"Where were you so long?"

Translation:Wo seid ihr so lange gewesen?

January 14, 2013



They have accepted my answer "Wo bist du so lang gewesen?" Is it ok without the "e" in "lang"?

August 8, 2014


"Wo bist du so lange" is accepted. However I do not believe it is right.

December 26, 2014


"Wo warst du so lang" is an accepted alternative.

October 27, 2014


Is "what took you so long?" acceptable?

July 2, 2015


No. In a word for word translation, wo translates as where and vice versa. On the other hand, "Where were you so long?" is different to "what took you so long?". So, their translations would be different.

July 2, 2015


Seems like there is a word missing here..because it doesn't sound like something we would say (native English ). What took you so long is more in common usage where I am from. Perhaps this is more of an Americanism?

April 14, 2017


I think "Where were you for so long" would make more sense.

May 9, 2017


Is there a difference between so lang and so lange?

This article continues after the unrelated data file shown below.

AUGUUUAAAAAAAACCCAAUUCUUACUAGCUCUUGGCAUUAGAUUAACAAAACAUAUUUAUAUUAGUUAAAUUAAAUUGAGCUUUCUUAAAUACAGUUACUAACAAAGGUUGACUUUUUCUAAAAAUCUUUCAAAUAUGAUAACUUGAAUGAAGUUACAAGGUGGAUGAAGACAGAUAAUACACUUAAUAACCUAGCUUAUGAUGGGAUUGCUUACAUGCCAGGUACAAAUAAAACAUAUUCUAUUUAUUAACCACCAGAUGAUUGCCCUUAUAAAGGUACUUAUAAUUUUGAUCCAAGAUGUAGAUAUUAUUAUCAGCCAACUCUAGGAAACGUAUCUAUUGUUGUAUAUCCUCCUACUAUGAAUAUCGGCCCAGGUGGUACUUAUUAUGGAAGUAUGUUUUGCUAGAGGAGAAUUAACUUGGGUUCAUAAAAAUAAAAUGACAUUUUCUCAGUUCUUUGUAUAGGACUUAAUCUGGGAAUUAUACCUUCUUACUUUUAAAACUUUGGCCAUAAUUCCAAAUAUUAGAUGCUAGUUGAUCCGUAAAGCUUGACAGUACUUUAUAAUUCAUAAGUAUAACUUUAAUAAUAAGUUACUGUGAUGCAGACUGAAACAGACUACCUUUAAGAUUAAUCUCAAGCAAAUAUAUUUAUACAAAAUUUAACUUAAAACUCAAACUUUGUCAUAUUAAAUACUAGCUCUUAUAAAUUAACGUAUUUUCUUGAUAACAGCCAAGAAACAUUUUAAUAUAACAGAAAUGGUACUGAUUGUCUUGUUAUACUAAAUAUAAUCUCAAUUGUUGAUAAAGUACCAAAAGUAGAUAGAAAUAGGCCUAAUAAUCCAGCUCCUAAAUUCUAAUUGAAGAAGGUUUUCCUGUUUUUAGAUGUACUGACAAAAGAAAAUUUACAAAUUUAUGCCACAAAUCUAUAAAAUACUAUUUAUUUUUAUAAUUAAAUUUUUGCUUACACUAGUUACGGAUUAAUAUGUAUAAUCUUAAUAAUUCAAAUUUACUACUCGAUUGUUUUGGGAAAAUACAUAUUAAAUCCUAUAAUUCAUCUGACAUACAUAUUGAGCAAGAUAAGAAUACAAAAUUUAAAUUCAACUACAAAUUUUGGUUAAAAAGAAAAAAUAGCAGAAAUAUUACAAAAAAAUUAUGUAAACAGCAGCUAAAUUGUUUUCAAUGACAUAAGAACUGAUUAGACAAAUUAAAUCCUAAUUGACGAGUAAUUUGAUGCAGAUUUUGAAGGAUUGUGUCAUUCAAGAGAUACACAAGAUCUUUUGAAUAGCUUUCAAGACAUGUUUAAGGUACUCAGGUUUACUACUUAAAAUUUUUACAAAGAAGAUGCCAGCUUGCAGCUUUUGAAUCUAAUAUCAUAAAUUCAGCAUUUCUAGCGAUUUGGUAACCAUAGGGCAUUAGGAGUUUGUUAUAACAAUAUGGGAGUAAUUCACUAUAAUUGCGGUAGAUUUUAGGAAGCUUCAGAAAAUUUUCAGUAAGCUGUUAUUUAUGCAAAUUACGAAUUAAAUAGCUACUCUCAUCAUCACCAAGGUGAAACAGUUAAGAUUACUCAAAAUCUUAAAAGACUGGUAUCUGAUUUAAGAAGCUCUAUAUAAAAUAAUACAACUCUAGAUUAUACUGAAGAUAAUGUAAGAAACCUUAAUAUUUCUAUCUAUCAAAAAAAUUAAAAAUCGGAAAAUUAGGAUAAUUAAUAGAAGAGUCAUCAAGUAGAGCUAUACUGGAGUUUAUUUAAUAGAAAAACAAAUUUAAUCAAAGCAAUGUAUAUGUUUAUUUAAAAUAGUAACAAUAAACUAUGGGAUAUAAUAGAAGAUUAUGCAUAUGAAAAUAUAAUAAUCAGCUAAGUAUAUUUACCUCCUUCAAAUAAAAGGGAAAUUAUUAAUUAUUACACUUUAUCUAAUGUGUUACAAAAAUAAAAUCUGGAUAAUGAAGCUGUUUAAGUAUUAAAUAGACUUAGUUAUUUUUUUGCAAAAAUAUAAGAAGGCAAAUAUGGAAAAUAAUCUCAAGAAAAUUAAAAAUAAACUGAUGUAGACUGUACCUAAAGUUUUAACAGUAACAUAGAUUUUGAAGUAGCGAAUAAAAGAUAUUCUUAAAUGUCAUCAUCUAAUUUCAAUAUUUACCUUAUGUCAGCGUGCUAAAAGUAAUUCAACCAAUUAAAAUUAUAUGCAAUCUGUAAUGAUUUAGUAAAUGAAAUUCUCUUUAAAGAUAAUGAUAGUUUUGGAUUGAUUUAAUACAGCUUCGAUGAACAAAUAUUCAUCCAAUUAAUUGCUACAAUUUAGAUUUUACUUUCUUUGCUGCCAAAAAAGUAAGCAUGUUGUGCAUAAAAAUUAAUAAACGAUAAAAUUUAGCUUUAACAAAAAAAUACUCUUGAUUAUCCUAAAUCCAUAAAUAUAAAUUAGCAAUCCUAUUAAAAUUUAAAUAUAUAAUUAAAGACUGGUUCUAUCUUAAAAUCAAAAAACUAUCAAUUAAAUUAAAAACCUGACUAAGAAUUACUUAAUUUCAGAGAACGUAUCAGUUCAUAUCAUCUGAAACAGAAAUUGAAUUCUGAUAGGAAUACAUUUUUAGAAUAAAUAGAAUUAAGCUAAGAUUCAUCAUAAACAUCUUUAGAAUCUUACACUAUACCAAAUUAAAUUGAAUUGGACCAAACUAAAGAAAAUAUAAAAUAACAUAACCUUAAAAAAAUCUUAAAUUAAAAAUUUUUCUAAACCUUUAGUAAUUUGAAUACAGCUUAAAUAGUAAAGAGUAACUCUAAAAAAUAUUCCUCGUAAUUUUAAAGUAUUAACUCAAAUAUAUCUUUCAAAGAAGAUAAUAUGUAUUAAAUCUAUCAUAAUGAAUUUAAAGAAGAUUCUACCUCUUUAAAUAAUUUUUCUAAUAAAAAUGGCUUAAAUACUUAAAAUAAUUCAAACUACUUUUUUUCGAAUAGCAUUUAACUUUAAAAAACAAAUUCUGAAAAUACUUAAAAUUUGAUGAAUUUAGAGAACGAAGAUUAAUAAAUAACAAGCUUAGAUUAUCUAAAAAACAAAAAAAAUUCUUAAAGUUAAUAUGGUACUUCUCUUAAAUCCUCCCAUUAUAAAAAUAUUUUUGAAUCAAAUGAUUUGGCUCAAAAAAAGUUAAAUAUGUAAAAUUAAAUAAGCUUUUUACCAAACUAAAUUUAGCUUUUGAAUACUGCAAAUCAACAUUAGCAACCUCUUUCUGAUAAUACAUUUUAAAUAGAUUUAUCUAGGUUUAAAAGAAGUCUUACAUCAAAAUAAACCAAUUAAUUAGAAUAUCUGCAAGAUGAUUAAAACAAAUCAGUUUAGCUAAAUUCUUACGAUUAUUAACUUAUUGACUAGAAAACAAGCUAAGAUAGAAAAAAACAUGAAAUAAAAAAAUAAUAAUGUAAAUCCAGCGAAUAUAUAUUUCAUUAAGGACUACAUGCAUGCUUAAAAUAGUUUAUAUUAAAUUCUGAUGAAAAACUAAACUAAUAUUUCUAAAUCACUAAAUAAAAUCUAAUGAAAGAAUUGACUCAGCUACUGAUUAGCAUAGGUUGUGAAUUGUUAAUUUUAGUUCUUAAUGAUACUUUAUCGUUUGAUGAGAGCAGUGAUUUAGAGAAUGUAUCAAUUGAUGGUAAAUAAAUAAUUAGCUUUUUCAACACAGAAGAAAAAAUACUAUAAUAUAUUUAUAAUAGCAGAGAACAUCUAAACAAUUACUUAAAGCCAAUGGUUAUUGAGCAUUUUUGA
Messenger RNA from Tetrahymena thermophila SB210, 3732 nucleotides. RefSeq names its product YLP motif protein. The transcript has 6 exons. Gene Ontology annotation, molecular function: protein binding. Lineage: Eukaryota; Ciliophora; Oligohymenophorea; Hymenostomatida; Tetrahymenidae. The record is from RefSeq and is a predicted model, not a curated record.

February 20, 2016


In this case, "long" in "so long" is an adverb, so "lang" and "lange" are adverbs. "Lange" is the usual word while "lang" is a regional one. Note that "lange" is also a declination for the adjective "lang".

February 20, 2016


its not obvious which specific time "were" reffers to in german language

January 14, 2013


The distinction between the past tense (Präteritum) and the present perfect (Perfekt) is not as strict in German as it is in English. Mostly, it's just a matter of style. That's why an English sentence in the past tense ("Where were you so long?") can either be translated as "Wo warst du so lange?" (Präteritum, i.e. German past tense) or "Wo bist du so lange gewesen?" (Perfekt, i.e. German present perfect). Both translations are correct.

January 14, 2013


"Wo sind sie so lange" accepted also. It seems all versions are accepted. :)

November 4, 2017


It's still weird to me that it accepts lower case "sie" when you're using it as formal "you".

May 17, 2019


Why is sein used and not haben? I thought sein was used if there were movement from A to B

August 26, 2018


Because "gewesen" is a "Partizip II" and its auxiliary verb is "sein".

August 26, 2018


I agree that the English translation should be "Where were you for so long?"

February 15, 2019
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